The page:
Small collection of programs and advertising flyers from regional African-American theater productions in Illinois. Perhaps, William Warfield.
Small collection of programs and advertising flyers from regional African-American theater productions in Illinois
Small collection of programs and advertising flyers from regional African-American theater productions in Illinois

Small collection of programs and advertising flyers from regional African-American theater productions in Illinois

Champaign-Urbanna and Chicago, Illinois: 1970s-1980s. Unbound. There are six programs and flyers of varying sizes. All in nice shape, one with pencil notes. "Porgy and Bess." Starring legendary bass-baritone William Warfield and Bernice Fraction. Presented at the Festival Theatre by the University of Illinois School of Music and Krannert Center for the Performing Arts, Champaign-Urbanna: 21-25 July 1976. 6-panel fold-out program. This was likely one of Warfield’s last stage performances as Porgy (the role that made him famous in the 1950s at the New York City Opera) as he was no longer able to hit the climactic high note in Ole Man River.

"How to Beat Old Age." By Alice C. Browning. Presented by the International Black Writers’s Conference. Directed, produced and promoted by Glorisa Johnson at the McCormick Inn, Chicago: 20-21 August 1976. 16-page amateurish playbill with list of “Friends of Off-Loop Plays” including Pearl Baily and a schedule for an “IBWC Benefit Dinner.”

"A Black Woman Speaks." Starring Beah Richards (most famous for her portrayal of Sidney Portier’s mother in Guess Who’s Coming to Dinner) in a production based on her book of poetry. Three leaves including a flyer, program, and calendar of Black History Month events. Pencil notes on calendar detail the coordination for her day-long visit to the University of Illinois on 2 February 1978 where she met with students, held a press conference, and performed. At the time of the performance William Warfield was a Professor of Music at the university and likely coordinated her visit.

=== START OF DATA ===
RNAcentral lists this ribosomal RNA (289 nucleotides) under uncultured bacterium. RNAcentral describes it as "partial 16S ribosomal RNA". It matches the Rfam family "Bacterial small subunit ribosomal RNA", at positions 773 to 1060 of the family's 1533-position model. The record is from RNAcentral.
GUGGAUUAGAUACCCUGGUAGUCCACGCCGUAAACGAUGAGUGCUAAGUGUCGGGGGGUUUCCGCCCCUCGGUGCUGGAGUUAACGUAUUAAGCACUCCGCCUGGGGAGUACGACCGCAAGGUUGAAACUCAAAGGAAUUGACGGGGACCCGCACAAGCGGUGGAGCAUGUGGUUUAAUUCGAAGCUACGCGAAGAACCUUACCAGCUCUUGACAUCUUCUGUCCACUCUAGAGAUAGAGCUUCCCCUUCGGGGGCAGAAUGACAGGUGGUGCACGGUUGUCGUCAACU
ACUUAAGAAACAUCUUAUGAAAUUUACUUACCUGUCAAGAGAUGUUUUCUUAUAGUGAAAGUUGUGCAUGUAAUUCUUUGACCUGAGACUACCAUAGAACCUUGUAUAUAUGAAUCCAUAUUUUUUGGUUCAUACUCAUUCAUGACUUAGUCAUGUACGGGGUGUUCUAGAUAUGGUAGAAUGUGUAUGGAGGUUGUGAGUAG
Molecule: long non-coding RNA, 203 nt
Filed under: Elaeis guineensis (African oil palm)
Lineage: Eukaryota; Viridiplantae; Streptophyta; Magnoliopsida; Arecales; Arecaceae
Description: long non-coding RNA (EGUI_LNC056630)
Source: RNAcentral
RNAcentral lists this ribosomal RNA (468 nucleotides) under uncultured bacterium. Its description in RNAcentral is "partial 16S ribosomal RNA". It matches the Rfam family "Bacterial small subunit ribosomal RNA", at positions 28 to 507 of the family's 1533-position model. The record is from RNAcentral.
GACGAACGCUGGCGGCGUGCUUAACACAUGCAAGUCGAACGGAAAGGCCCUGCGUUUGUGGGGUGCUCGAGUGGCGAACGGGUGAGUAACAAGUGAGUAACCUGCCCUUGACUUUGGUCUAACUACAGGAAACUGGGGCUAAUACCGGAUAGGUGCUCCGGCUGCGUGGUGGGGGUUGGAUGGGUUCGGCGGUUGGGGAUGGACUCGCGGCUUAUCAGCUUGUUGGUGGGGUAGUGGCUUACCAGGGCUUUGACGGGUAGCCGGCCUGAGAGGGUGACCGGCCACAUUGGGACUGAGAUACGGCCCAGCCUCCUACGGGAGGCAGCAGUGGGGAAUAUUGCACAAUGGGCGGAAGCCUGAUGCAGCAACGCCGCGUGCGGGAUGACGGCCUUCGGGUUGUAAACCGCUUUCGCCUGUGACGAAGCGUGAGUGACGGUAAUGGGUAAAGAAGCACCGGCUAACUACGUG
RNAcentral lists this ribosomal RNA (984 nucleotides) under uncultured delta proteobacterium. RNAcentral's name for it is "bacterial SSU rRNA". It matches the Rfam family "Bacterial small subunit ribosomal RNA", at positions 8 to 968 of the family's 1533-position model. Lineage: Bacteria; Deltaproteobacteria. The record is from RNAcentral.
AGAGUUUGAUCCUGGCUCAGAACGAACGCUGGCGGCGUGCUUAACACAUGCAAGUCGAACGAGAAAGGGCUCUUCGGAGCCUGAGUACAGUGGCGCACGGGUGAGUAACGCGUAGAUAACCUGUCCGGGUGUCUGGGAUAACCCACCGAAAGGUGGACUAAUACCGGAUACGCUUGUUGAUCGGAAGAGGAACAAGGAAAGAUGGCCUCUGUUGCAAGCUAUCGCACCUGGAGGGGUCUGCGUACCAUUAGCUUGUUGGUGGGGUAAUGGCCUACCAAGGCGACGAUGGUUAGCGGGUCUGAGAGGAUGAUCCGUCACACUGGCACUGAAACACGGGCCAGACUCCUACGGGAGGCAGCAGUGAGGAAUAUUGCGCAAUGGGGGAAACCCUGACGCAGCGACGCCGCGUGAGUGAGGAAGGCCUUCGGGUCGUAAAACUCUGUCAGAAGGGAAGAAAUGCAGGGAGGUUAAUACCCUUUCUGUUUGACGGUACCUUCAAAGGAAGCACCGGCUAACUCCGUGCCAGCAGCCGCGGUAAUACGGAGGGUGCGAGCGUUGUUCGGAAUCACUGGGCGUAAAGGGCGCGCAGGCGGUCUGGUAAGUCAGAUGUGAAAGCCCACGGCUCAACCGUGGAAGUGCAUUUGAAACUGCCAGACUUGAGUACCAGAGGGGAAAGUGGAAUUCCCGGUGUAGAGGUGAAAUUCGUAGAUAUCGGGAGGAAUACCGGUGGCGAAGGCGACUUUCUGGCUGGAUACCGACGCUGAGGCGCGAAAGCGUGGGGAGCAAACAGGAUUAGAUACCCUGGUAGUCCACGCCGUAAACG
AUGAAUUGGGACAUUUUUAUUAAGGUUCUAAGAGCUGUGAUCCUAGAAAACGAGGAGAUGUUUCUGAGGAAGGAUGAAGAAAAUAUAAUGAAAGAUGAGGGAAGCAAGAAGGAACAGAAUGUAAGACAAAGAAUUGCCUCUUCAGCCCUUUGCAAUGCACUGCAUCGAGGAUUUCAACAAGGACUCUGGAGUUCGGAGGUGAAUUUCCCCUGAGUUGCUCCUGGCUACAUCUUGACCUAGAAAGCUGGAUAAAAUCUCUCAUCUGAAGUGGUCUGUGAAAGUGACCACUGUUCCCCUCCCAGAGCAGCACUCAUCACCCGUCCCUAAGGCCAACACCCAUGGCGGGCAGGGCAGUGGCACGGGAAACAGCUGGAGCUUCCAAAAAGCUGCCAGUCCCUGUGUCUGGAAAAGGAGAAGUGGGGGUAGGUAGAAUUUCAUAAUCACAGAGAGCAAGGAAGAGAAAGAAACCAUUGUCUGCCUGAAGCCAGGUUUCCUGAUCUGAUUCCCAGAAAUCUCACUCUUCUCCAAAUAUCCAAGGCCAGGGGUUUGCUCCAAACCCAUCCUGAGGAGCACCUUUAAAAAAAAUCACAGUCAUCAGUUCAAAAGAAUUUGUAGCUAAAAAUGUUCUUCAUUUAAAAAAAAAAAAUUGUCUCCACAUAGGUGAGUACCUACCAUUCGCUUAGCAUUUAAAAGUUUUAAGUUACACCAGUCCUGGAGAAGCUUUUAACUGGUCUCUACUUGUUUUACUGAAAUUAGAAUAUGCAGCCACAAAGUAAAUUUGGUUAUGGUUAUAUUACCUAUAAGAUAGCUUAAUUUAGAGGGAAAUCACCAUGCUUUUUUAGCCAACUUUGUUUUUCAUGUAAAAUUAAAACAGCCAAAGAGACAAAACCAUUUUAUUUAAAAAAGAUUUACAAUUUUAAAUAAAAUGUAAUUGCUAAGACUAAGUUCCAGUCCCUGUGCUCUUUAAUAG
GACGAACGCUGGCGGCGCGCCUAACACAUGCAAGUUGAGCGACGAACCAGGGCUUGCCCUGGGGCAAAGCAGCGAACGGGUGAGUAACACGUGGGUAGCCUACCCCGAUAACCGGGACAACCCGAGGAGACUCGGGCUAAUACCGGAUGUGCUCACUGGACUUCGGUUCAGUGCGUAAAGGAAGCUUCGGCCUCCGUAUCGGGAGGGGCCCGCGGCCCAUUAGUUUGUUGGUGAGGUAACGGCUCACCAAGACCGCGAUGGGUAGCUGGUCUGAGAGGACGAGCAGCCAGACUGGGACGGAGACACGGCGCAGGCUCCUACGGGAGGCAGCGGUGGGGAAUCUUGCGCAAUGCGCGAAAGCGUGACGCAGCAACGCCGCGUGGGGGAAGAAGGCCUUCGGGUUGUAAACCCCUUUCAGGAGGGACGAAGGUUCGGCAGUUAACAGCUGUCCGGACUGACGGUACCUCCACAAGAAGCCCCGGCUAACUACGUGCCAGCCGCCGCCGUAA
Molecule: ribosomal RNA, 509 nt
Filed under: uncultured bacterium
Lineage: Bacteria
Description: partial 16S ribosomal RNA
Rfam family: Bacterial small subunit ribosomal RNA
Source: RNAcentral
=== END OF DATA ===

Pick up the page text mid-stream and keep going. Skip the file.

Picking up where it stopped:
"In the House of the Blues: A Musical Review." Produced by Val Ward, directed by Buddy Butler, and written by David Charles. Performed at the Kuumba Theatre by the Kuumba Repertory Company, Chicago: [1985]. The review “was devoted to female blues singer who got their start in ‘tent’ shows—also referred to as ‘medicine’ shows—[where] artists would compete to attract the audience’s attention [while] influencing one another.” (See Lacava’s 'The Theatricality of the Blues' in "Black Music Review Journal," Spring, 1992.)

"The Trials of Brother Jero." By Wole Soyinka. Directed by Leslie Rainey. Performed by the Northside Players at the Parkside College Theatre, Champaign-Urbanna: 5-14 September 1986. Program with three inserts.

"Po’." Directed by Chuck Smith with choreography by Wilbert Bradley. Book and lyrics by Dr. Philip Brown, Rufus “Maestro Bones” Hill, and Keithen Carter. A benefit for the National Alliance Against Racist Political Oppression by the Chicago Theatre Company at the Parkway Theatre: 22 September [198?].

Apparently scarce. As of 2019, none of these programs or flyers are listed at OCLC, the Rare Book Hub, or for sale in the trade. Very good. Item #009270

Apparently scarce. As of 2019, none of these programs or flyers are listed at OCLC, the Rare Book Hub, or for sale in the trade.

Price: $200.00

See all items in Arts, Ephemera, Ethnic
See all items by ,